“I come from a manufacturing program where I was used to having a very robust supplier approval program,” says Shelly Stegner, director of food safety for AWG, a grocery co-op. “But in distribution companies such as AWG, food safety hasn’t necessarily been the culture, because we don’t do any reprocessing or repacking, or touch the product. When we had to comply with [FSMA], it was a whole new thing for AWG, and we knew we had to roll something out.”

AWG spent about two-and-a-half years looking for a company that could help not only manage documentation but could also give them control over the documents from a visibility perspective. After conducting thorough research, AWG selected Repositrak Inc.’s cloud-based Compliance Management solution. The product was recently launched to help companies during the sourcing process, assisting them with supplier qualification, order negotiation and on-boarding a new supplier. The solution also highlights compliant vendors based on business and safety requirements.

Food Safety Tech: What are the advantages and drawbacks to using an automated solution like Repositrak?

Shelly Stegner: It’s an easy way to keep track and retain all the records that you’ve never been able to retain before. And not only can you retain them, but there are also visual statistics behind the documents (which you don’t have when with hard copies). It’s not just having the documents—it’s actual usable data when you use [Repositrak] that helps drive efficiencies within our company, and it helps decrease our risk and liability with vendors—for example, we know that their certificate of insurance has expired, whereas before [using Repositrak], we didn’t know that.

The drawbacks are cost. Is it the cheapest option out there? No. But is it the most efficient option that we found? Yes. A lot of the companies may have been cheaper, but we would have had to hire an individual to do all the work. There is a cost associated with it, so [some] vendors are hesitant. The other drawback is that the industry overall has many different solutions, so if the supplier is not using Repositrak for their supplier approval program, it’s another point of entry. Maybe it only takes 30 minutes to do it, but it’s still something else that they have to do.

I think it’s becoming easier for vendors with Repositrak as we get more traction and as it becomes more of an industry-known [product]. Suppliers only have to upload documents once, and it automatically reaches all their customers. So for them, the more [suppliers] that are on one system, the easier it is for the whole industry.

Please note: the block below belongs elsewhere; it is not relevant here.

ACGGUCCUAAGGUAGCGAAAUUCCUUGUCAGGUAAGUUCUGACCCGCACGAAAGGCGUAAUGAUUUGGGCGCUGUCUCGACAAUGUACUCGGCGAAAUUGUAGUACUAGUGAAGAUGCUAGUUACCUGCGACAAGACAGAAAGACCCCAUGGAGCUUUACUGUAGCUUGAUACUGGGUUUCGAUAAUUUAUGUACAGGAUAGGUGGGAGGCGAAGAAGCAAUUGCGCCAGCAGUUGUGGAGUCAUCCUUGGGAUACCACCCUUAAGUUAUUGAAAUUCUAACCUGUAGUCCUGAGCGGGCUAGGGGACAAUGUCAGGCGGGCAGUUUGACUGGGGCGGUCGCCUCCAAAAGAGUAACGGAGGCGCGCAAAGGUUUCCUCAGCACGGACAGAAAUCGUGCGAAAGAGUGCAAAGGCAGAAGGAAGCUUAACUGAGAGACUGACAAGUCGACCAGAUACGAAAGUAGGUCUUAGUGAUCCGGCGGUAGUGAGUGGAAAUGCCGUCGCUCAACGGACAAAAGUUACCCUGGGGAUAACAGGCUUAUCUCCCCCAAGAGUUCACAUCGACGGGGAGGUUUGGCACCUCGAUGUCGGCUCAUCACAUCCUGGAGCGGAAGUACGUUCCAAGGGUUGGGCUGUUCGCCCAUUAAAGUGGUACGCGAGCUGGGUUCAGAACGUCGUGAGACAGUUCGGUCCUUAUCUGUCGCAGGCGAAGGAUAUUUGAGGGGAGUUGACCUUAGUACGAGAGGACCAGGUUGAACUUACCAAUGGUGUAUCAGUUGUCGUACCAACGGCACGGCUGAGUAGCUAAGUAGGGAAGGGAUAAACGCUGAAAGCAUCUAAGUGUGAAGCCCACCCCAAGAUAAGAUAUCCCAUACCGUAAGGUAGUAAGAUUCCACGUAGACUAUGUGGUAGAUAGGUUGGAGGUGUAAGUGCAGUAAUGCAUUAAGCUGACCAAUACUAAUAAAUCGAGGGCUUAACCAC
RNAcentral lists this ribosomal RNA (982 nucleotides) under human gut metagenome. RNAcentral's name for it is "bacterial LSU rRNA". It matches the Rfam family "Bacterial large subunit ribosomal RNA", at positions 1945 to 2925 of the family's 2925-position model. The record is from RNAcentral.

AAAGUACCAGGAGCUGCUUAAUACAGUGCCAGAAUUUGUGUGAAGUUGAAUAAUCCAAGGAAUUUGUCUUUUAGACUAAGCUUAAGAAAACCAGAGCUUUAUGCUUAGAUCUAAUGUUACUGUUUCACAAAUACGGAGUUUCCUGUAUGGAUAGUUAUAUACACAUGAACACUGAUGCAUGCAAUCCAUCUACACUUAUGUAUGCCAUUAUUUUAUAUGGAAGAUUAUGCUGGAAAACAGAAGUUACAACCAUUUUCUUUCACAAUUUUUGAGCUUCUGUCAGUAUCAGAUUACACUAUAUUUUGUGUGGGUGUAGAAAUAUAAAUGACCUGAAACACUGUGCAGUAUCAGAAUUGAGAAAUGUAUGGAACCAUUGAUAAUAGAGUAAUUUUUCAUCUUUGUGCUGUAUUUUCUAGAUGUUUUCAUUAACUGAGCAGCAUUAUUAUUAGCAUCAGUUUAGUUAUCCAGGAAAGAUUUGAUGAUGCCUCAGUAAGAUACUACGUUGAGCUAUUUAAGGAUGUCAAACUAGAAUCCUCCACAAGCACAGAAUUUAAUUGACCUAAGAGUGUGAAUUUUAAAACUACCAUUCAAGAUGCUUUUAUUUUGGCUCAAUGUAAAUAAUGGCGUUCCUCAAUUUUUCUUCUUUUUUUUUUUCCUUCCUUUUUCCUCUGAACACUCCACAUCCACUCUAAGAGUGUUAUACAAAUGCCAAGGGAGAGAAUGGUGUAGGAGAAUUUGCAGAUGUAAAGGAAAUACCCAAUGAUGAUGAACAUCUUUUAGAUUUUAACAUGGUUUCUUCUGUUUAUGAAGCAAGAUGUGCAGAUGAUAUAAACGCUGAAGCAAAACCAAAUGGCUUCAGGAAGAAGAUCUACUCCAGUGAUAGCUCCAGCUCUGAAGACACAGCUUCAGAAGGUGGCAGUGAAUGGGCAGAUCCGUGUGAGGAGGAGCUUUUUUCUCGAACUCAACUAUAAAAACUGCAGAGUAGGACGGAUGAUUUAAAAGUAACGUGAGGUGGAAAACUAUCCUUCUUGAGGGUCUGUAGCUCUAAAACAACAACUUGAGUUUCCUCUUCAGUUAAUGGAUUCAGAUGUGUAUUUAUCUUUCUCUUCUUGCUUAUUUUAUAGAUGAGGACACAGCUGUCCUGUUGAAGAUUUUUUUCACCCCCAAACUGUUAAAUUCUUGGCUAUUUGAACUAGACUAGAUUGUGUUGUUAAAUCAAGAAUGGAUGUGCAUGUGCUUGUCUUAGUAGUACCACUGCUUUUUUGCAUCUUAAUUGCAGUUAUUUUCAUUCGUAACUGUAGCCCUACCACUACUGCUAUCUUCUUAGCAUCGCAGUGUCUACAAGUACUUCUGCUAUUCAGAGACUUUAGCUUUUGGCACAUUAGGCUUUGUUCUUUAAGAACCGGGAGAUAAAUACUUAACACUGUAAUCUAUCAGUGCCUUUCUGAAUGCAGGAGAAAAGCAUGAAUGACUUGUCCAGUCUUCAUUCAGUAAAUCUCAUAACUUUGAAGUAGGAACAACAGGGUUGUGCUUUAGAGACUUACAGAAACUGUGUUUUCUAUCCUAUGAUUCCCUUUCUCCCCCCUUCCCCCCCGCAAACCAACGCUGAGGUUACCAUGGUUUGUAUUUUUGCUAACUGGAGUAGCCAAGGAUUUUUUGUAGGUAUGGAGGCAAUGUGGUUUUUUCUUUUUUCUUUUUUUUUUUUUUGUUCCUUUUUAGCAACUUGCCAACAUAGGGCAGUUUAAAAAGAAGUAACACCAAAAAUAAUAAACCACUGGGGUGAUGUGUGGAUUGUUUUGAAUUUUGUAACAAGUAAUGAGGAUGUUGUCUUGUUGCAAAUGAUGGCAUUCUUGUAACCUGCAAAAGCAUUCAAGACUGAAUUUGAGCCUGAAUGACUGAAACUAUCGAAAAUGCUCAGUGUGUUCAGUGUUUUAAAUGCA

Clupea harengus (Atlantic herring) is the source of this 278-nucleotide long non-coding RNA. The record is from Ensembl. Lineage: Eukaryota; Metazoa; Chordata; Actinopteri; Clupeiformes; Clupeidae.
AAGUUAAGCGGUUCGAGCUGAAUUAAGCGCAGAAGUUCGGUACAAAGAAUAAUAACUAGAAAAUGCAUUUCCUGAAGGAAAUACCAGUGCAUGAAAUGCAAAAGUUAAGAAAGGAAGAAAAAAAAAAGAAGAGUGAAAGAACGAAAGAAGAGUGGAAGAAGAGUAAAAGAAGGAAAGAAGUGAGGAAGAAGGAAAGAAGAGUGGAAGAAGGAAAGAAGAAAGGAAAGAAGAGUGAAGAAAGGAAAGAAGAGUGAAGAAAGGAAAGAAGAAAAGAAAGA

FST: What are the challenges to implementing this type of system?

Stegner: For a company that was completely in the Stone Ages, we didn’t even have a list of all of our active vendors—so we thought we had 6000 active vendors, and we only had a little more than 3000. Just getting the information to Repositrak about active vendors and contacts proved to be the most difficult thing for us. Once we got Repositrak the key information, they ran with it.

FST: From time management perspective, what are the savings?

Stegner: Before we had nothing in place. Now, during my third-party audits or when FDA arrives, I can show them where we are in compliance when they ask about our supplier program. It saves me a ton of time in that regard.

Now when I have a recall, I can go into the system and look up a contact, versus waiting to get a contact from a category manager. If I need to issue a recall, I can see if [the vendors] have reviewed our recall program and issue it without waiting on that either.

As far as the time it takes to approve documents, there’s an increased time, but there’s also an awareness that we never had before. So not only are we collecting the documents, but now we are building a whole food safety culture that also has a new awareness and understanding of what it means to distribute safe food.

FST: What are the general challenges you see companies facing, especially in the area of compliance and having visibility throughout their supply chain?

Stegner: I think there’s a challenge with some companies on keeping information confidential because they simply don’t want to share information.

As far as traceability goes, our company is challenged with technology. [There’s] the financial need of upgrading our technology to have the true traceability that has so increasingly become required by consumers from farm to fork. A great deal of technology is needed to understand that in real time.

The farmer has their traceability, and the supplier has their traceability, we have ours, and then there’s the retailer—it’s tying all those together that proves to be a bit of challenge.